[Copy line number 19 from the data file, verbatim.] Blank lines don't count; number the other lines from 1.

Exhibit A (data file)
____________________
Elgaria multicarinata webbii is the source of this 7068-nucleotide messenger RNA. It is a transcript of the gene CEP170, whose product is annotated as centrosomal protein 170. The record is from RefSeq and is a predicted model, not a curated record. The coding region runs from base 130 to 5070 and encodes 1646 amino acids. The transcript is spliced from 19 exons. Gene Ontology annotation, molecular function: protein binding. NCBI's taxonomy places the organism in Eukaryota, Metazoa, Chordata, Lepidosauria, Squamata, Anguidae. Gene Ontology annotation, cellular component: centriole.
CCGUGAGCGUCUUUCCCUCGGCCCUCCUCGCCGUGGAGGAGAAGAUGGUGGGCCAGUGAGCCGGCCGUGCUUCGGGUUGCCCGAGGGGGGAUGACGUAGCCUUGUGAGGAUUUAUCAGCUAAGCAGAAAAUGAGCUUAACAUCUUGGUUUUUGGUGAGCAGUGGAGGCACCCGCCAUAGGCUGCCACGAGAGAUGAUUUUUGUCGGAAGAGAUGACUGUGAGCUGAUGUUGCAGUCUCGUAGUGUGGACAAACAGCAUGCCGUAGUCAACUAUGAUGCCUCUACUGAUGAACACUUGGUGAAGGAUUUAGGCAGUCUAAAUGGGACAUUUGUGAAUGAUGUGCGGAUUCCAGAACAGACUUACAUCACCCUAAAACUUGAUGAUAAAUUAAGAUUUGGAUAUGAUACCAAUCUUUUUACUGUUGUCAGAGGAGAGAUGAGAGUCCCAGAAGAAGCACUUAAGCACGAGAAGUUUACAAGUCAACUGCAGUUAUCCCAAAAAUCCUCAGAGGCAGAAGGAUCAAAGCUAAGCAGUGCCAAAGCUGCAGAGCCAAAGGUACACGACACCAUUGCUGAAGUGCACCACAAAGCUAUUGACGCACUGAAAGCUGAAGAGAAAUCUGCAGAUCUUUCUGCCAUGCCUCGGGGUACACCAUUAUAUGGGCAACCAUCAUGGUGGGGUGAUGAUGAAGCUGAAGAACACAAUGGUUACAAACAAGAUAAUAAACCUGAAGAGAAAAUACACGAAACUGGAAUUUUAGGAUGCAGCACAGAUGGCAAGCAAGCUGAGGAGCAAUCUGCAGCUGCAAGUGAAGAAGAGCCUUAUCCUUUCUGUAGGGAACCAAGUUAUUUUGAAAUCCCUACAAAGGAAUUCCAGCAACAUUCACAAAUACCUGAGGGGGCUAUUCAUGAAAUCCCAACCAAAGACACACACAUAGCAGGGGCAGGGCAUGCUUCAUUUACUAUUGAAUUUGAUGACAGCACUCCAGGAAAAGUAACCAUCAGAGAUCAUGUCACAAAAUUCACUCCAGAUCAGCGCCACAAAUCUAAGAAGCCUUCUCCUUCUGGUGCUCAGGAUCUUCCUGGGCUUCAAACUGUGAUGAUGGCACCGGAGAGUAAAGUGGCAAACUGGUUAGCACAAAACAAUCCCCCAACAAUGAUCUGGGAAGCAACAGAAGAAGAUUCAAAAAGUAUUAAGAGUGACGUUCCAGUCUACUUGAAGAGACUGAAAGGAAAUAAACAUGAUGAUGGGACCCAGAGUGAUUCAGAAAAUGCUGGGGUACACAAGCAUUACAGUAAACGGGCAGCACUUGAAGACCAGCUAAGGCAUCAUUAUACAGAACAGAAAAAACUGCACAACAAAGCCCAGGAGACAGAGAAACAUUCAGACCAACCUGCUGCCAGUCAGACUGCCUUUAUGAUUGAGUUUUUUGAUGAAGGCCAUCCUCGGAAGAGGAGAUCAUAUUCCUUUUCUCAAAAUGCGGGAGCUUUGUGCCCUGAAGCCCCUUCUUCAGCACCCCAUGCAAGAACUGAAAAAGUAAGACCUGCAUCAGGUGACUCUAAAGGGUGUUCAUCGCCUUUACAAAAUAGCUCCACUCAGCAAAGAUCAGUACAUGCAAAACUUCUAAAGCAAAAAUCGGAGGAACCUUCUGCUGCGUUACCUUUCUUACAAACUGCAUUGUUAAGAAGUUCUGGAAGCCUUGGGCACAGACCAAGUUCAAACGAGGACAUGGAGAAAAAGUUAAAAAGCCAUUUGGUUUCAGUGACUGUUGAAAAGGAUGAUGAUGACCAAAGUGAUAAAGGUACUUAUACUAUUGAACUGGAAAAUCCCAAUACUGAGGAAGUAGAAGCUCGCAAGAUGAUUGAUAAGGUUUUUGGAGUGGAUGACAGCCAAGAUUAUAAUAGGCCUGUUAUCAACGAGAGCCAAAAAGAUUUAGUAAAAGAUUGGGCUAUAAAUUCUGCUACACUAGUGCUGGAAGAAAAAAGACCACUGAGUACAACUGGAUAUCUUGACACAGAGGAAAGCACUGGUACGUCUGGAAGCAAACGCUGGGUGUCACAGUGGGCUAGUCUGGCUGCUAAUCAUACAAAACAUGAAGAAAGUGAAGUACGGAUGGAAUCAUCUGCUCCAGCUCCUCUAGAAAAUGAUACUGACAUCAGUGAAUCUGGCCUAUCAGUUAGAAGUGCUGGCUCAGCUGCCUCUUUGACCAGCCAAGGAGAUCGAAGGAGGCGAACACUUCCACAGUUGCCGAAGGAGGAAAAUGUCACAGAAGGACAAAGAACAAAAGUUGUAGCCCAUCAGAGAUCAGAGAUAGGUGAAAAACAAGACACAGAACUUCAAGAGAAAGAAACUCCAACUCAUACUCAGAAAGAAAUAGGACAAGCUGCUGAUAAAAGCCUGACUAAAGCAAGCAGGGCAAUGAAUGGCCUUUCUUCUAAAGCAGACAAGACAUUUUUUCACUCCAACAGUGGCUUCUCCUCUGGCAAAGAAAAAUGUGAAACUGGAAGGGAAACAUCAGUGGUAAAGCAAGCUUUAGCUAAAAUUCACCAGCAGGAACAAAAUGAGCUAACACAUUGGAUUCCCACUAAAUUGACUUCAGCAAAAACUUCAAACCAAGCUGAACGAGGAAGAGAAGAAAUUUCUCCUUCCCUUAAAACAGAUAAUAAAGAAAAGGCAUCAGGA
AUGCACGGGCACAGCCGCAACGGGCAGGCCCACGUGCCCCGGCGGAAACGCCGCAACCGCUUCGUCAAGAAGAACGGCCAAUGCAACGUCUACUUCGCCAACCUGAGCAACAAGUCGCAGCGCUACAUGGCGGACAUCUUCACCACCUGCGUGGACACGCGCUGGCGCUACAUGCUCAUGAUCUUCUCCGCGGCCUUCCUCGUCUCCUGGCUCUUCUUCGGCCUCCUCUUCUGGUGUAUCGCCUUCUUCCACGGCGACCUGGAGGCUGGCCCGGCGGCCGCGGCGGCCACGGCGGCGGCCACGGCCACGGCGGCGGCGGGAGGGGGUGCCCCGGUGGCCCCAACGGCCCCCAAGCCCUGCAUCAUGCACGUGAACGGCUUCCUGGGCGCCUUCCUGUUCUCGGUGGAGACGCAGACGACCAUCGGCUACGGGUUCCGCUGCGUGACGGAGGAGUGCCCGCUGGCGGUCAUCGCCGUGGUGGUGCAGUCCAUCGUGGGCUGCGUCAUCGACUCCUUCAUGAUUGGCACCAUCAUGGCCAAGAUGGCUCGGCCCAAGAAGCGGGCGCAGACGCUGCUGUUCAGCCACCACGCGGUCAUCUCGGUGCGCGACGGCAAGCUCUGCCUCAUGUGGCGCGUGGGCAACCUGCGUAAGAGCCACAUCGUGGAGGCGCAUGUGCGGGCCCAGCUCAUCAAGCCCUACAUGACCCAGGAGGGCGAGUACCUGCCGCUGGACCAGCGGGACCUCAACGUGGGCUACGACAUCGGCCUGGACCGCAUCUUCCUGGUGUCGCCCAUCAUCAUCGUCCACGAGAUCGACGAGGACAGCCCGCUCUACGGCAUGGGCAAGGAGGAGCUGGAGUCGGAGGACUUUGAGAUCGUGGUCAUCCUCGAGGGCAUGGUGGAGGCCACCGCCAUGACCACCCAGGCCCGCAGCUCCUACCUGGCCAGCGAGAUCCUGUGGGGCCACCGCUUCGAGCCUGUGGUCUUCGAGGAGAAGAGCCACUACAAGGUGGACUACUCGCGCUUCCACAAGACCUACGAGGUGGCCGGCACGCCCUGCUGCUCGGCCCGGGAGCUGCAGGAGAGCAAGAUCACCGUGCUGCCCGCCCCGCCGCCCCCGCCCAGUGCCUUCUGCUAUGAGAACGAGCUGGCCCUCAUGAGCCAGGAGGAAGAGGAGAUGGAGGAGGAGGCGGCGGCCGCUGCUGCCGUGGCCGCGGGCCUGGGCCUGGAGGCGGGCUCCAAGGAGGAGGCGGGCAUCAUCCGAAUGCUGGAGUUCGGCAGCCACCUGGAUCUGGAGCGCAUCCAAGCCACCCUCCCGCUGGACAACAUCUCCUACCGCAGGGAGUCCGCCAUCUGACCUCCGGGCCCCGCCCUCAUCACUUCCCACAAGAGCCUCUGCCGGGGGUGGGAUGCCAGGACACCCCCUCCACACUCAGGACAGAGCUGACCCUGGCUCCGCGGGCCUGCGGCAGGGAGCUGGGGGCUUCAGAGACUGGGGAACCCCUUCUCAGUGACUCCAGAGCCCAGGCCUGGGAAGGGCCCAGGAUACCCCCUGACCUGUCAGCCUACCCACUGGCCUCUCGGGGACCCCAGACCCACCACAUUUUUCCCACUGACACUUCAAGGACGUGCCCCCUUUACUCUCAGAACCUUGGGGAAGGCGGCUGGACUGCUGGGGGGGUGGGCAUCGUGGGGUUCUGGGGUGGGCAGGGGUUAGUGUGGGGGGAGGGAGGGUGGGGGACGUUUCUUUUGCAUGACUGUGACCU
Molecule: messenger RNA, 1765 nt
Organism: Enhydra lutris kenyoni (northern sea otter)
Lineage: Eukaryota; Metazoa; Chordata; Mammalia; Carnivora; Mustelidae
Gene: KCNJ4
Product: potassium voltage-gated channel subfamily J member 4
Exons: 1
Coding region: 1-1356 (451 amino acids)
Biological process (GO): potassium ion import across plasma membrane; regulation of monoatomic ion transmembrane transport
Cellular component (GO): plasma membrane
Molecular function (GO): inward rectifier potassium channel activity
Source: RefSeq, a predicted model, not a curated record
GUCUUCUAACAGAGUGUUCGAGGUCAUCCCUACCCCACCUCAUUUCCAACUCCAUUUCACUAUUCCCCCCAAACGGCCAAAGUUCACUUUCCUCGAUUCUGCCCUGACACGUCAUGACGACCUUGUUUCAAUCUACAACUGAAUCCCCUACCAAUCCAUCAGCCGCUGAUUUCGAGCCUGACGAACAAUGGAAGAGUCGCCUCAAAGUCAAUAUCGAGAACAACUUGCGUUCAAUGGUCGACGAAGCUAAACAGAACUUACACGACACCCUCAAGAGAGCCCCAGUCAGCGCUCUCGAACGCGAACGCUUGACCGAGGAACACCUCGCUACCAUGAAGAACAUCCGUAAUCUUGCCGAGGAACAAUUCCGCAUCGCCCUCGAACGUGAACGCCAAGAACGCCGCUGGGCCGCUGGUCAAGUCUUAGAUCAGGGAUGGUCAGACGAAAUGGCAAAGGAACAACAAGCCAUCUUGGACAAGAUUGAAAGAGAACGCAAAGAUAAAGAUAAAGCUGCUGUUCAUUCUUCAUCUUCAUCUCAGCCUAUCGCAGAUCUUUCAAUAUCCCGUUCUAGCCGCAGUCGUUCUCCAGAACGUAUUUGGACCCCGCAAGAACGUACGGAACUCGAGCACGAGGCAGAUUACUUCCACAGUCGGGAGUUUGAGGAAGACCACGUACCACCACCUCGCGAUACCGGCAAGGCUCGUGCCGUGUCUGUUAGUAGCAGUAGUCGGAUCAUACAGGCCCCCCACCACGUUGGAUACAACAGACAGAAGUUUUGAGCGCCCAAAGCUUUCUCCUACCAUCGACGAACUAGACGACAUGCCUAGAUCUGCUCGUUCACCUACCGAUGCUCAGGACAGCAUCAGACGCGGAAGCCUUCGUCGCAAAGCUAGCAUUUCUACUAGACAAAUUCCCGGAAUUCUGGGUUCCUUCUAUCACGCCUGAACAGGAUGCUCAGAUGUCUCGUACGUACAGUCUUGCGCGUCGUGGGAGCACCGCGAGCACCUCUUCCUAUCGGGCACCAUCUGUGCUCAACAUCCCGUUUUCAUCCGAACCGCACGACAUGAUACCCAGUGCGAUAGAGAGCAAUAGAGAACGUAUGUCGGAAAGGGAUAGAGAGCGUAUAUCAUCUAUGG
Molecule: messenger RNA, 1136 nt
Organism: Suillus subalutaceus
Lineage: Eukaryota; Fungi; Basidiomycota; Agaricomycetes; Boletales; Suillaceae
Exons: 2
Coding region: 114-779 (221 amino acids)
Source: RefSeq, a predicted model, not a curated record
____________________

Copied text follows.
Exons: 2